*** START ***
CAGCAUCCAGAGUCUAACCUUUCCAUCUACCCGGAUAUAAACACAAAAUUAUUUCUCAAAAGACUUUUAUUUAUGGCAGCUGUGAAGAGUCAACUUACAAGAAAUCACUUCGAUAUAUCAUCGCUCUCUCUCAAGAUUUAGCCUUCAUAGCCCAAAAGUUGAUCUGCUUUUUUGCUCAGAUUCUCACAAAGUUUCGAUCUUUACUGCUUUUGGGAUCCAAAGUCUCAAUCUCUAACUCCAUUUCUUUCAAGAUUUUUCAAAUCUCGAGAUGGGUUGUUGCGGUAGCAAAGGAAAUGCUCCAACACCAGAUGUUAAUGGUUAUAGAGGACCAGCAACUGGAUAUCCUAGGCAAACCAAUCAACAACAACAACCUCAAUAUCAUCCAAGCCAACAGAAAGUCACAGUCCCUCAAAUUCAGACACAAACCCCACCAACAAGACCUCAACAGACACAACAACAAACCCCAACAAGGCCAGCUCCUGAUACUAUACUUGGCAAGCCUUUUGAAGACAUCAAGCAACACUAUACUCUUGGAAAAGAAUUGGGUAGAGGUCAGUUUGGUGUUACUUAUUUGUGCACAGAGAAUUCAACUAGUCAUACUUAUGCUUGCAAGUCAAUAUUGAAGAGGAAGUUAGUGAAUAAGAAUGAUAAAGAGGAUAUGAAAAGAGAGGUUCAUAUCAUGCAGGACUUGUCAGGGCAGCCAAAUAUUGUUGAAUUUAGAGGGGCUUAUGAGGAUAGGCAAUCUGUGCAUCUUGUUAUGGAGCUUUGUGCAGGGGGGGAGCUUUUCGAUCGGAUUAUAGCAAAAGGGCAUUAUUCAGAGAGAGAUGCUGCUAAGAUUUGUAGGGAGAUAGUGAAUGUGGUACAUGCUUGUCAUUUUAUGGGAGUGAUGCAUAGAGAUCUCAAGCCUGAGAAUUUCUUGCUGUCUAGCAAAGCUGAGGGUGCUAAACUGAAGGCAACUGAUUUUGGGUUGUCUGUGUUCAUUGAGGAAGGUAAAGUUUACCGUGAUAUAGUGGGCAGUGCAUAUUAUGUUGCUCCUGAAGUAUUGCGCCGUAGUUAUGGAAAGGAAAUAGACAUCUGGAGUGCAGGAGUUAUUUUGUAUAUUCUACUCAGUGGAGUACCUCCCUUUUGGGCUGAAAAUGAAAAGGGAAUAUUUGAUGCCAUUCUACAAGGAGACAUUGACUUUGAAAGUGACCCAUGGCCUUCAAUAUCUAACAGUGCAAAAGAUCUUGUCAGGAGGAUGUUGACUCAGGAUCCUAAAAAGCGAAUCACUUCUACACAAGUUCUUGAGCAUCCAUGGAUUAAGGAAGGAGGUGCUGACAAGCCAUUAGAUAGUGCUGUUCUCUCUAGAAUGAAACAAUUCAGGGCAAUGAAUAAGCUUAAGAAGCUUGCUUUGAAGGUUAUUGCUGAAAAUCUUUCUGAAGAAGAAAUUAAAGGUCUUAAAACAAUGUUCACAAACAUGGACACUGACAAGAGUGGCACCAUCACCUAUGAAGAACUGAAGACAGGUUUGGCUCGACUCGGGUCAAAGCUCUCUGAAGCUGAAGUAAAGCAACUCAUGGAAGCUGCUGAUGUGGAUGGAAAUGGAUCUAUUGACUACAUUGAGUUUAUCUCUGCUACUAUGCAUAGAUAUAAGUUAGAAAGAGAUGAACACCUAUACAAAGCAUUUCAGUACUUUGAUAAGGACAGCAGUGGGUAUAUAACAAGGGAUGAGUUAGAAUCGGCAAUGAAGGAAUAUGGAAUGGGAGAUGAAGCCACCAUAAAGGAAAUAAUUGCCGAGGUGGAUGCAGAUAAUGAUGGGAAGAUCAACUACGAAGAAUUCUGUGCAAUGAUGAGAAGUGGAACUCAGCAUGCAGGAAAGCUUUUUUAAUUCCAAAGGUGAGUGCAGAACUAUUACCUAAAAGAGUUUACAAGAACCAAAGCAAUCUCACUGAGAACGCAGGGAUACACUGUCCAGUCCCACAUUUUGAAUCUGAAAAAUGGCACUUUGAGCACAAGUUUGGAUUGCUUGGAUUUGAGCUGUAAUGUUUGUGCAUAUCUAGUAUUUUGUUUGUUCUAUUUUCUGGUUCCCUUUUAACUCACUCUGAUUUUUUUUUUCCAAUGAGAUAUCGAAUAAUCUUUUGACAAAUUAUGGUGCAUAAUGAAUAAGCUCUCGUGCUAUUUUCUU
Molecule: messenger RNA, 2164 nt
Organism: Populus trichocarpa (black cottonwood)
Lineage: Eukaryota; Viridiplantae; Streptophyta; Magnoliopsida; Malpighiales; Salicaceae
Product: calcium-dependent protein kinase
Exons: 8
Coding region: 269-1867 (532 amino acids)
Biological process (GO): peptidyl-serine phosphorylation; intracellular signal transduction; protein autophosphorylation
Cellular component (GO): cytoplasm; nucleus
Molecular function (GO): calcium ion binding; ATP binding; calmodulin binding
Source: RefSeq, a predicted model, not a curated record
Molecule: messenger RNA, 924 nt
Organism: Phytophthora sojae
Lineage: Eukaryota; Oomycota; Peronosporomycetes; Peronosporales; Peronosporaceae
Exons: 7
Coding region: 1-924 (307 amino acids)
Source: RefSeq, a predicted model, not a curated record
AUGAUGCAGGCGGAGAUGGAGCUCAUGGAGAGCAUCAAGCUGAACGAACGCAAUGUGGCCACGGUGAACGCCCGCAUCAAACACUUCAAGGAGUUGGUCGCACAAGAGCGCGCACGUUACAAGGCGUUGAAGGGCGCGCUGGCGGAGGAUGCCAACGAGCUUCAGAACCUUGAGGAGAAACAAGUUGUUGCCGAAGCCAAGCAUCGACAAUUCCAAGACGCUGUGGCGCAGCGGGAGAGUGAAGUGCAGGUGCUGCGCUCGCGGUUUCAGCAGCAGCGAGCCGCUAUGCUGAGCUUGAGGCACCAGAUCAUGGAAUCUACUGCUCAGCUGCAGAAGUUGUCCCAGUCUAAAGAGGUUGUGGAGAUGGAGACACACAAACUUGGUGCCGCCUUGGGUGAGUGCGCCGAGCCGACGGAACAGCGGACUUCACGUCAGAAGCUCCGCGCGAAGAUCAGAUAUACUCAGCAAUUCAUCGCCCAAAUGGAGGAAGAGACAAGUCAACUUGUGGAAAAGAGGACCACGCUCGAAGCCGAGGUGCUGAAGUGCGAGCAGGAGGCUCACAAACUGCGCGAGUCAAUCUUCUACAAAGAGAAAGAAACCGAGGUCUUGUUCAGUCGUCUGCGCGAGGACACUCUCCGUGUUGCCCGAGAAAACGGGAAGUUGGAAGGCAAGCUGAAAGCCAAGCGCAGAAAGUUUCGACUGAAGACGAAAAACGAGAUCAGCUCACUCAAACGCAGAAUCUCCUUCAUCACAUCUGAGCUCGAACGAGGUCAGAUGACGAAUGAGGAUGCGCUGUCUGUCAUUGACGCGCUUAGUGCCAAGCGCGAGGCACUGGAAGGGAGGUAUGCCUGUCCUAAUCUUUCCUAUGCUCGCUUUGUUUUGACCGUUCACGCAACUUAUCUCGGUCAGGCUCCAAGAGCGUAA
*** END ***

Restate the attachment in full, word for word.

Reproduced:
CAGCAUCCAGAGUCUAACCUUUCCAUCUACCCGGAUAUAAACACAAAAUUAUUUCUCAAAAGACUUUUAUUUAUGGCAGCUGUGAAGAGUCAACUUACAAGAAAUCACUUCGAUAUAUCAUCGCUCUCUCUCAAGAUUUAGCCUUCAUAGCCCAAAAGUUGAUCUGCUUUUUUGCUCAGAUUCUCACAAAGUUUCGAUCUUUACUGCUUUUGGGAUCCAAAGUCUCAAUCUCUAACUCCAUUUCUUUCAAGAUUUUUCAAAUCUCGAGAUGGGUUGUUGCGGUAGCAAAGGAAAUGCUCCAACACCAGAUGUUAAUGGUUAUAGAGGACCAGCAACUGGAUAUCCUAGGCAAACCAAUCAACAACAACAACCUCAAUAUCAUCCAAGCCAACAGAAAGUCACAGUCCCUCAAAUUCAGACACAAACCCCACCAACAAGACCUCAACAGACACAACAACAAACCCCAACAAGGCCAGCUCCUGAUACUAUACUUGGCAAGCCUUUUGAAGACAUCAAGCAACACUAUACUCUUGGAAAAGAAUUGGGUAGAGGUCAGUUUGGUGUUACUUAUUUGUGCACAGAGAAUUCAACUAGUCAUACUUAUGCUUGCAAGUCAAUAUUGAAGAGGAAGUUAGUGAAUAAGAAUGAUAAAGAGGAUAUGAAAAGAGAGGUUCAUAUCAUGCAGGACUUGUCAGGGCAGCCAAAUAUUGUUGAAUUUAGAGGGGCUUAUGAGGAUAGGCAAUCUGUGCAUCUUGUUAUGGAGCUUUGUGCAGGGGGGGAGCUUUUCGAUCGGAUUAUAGCAAAAGGGCAUUAUUCAGAGAGAGAUGCUGCUAAGAUUUGUAGGGAGAUAGUGAAUGUGGUACAUGCUUGUCAUUUUAUGGGAGUGAUGCAUAGAGAUCUCAAGCCUGAGAAUUUCUUGCUGUCUAGCAAAGCUGAGGGUGCUAAACUGAAGGCAACUGAUUUUGGGUUGUCUGUGUUCAUUGAGGAAGGUAAAGUUUACCGUGAUAUAGUGGGCAGUGCAUAUUAUGUUGCUCCUGAAGUAUUGCGCCGUAGUUAUGGAAAGGAAAUAGACAUCUGGAGUGCAGGAGUUAUUUUGUAUAUUCUACUCAGUGGAGUACCUCCCUUUUGGGCUGAAAAUGAAAAGGGAAUAUUUGAUGCCAUUCUACAAGGAGACAUUGACUUUGAAAGUGACCCAUGGCCUUCAAUAUCUAACAGUGCAAAAGAUCUUGUCAGGAGGAUGUUGACUCAGGAUCCUAAAAAGCGAAUCACUUCUACACAAGUUCUUGAGCAUCCAUGGAUUAAGGAAGGAGGUGCUGACAAGCCAUUAGAUAGUGCUGUUCUCUCUAGAAUGAAACAAUUCAGGGCAAUGAAUAAGCUUAAGAAGCUUGCUUUGAAGGUUAUUGCUGAAAAUCUUUCUGAAGAAGAAAUUAAAGGUCUUAAAACAAUGUUCACAAACAUGGACACUGACAAGAGUGGCACCAUCACCUAUGAAGAACUGAAGACAGGUUUGGCUCGACUCGGGUCAAAGCUCUCUGAAGCUGAAGUAAAGCAACUCAUGGAAGCUGCUGAUGUGGAUGGAAAUGGAUCUAUUGACUACAUUGAGUUUAUCUCUGCUACUAUGCAUAGAUAUAAGUUAGAAAGAGAUGAACACCUAUACAAAGCAUUUCAGUACUUUGAUAAGGACAGCAGUGGGUAUAUAACAAGGGAUGAGUUAGAAUCGGCAAUGAAGGAAUAUGGAAUGGGAGAUGAAGCCACCAUAAAGGAAAUAAUUGCCGAGGUGGAUGCAGAUAAUGAUGGGAAGAUCAACUACGAAGAAUUCUGUGCAAUGAUGAGAAGUGGAACUCAGCAUGCAGGAAAGCUUUUUUAAUUCCAAAGGUGAGUGCAGAACUAUUACCUAAAAGAGUUUACAAGAACCAAAGCAAUCUCACUGAGAACGCAGGGAUACACUGUCCAGUCCCACAUUUUGAAUCUGAAAAAUGGCACUUUGAGCACAAGUUUGGAUUGCUUGGAUUUGAGCUGUAAUGUUUGUGCAUAUCUAGUAUUUUGUUUGUUCUAUUUUCUGGUUCCCUUUUAACUCACUCUGAUUUUUUUUUUCCAAUGAGAUAUCGAAUAAUCUUUUGACAAAUUAUGGUGCAUAAUGAAUAAGCUCUCGUGCUAUUUUCUU
Molecule: messenger RNA, 2164 nt
Organism: Populus trichocarpa (black cottonwood)
Lineage: Eukaryota; Viridiplantae; Streptophyta; Magnoliopsida; Malpighiales; Salicaceae
Product: calcium-dependent protein kinase
Exons: 8
Coding region: 269-1867 (532 amino acids)
Biological process (GO): peptidyl-serine phosphorylation; intracellular signal transduction; protein autophosphorylation
Cellular component (GO): cytoplasm; nucleus
Molecular function (GO): calcium ion binding; ATP binding; calmodulin binding
Source: RefSeq, a predicted model, not a curated record
Molecule: messenger RNA, 924 nt
Organism: Phytophthora sojae
Lineage: Eukaryota; Oomycota; Peronosporomycetes; Peronosporales; Peronosporaceae
Exons: 7
Coding region: 1-924 (307 amino acids)
Source: RefSeq, a predicted model, not a curated record
AUGAUGCAGGCGGAGAUGGAGCUCAUGGAGAGCAUCAAGCUGAACGAACGCAAUGUGGCCACGGUGAACGCCCGCAUCAAACACUUCAAGGAGUUGGUCGCACAAGAGCGCGCACGUUACAAGGCGUUGAAGGGCGCGCUGGCGGAGGAUGCCAACGAGCUUCAGAACCUUGAGGAGAAACAAGUUGUUGCCGAAGCCAAGCAUCGACAAUUCCAAGACGCUGUGGCGCAGCGGGAGAGUGAAGUGCAGGUGCUGCGCUCGCGGUUUCAGCAGCAGCGAGCCGCUAUGCUGAGCUUGAGGCACCAGAUCAUGGAAUCUACUGCUCAGCUGCAGAAGUUGUCCCAGUCUAAAGAGGUUGUGGAGAUGGAGACACACAAACUUGGUGCCGCCUUGGGUGAGUGCGCCGAGCCGACGGAACAGCGGACUUCACGUCAGAAGCUCCGCGCGAAGAUCAGAUAUACUCAGCAAUUCAUCGCCCAAAUGGAGGAAGAGACAAGUCAACUUGUGGAAAAGAGGACCACGCUCGAAGCCGAGGUGCUGAAGUGCGAGCAGGAGGCUCACAAACUGCGCGAGUCAAUCUUCUACAAAGAGAAAGAAACCGAGGUCUUGUUCAGUCGUCUGCGCGAGGACACUCUCCGUGUUGCCCGAGAAAACGGGAAGUUGGAAGGCAAGCUGAAAGCCAAGCGCAGAAAGUUUCGACUGAAGACGAAAAACGAGAUCAGCUCACUCAAACGCAGAAUCUCCUUCAUCACAUCUGAGCUCGAACGAGGUCAGAUGACGAAUGAGGAUGCGCUGUCUGUCAUUGACGCGCUUAGUGCCAAGCGCGAGGCACUGGAAGGGAGGUAUGCCUGUCCUAAUCUUUCCUAUGCUCGCUUUGUUUUGACCGUUCACGCAACUUAUCUCGGUCAGGCUCCAAGAGCGUAA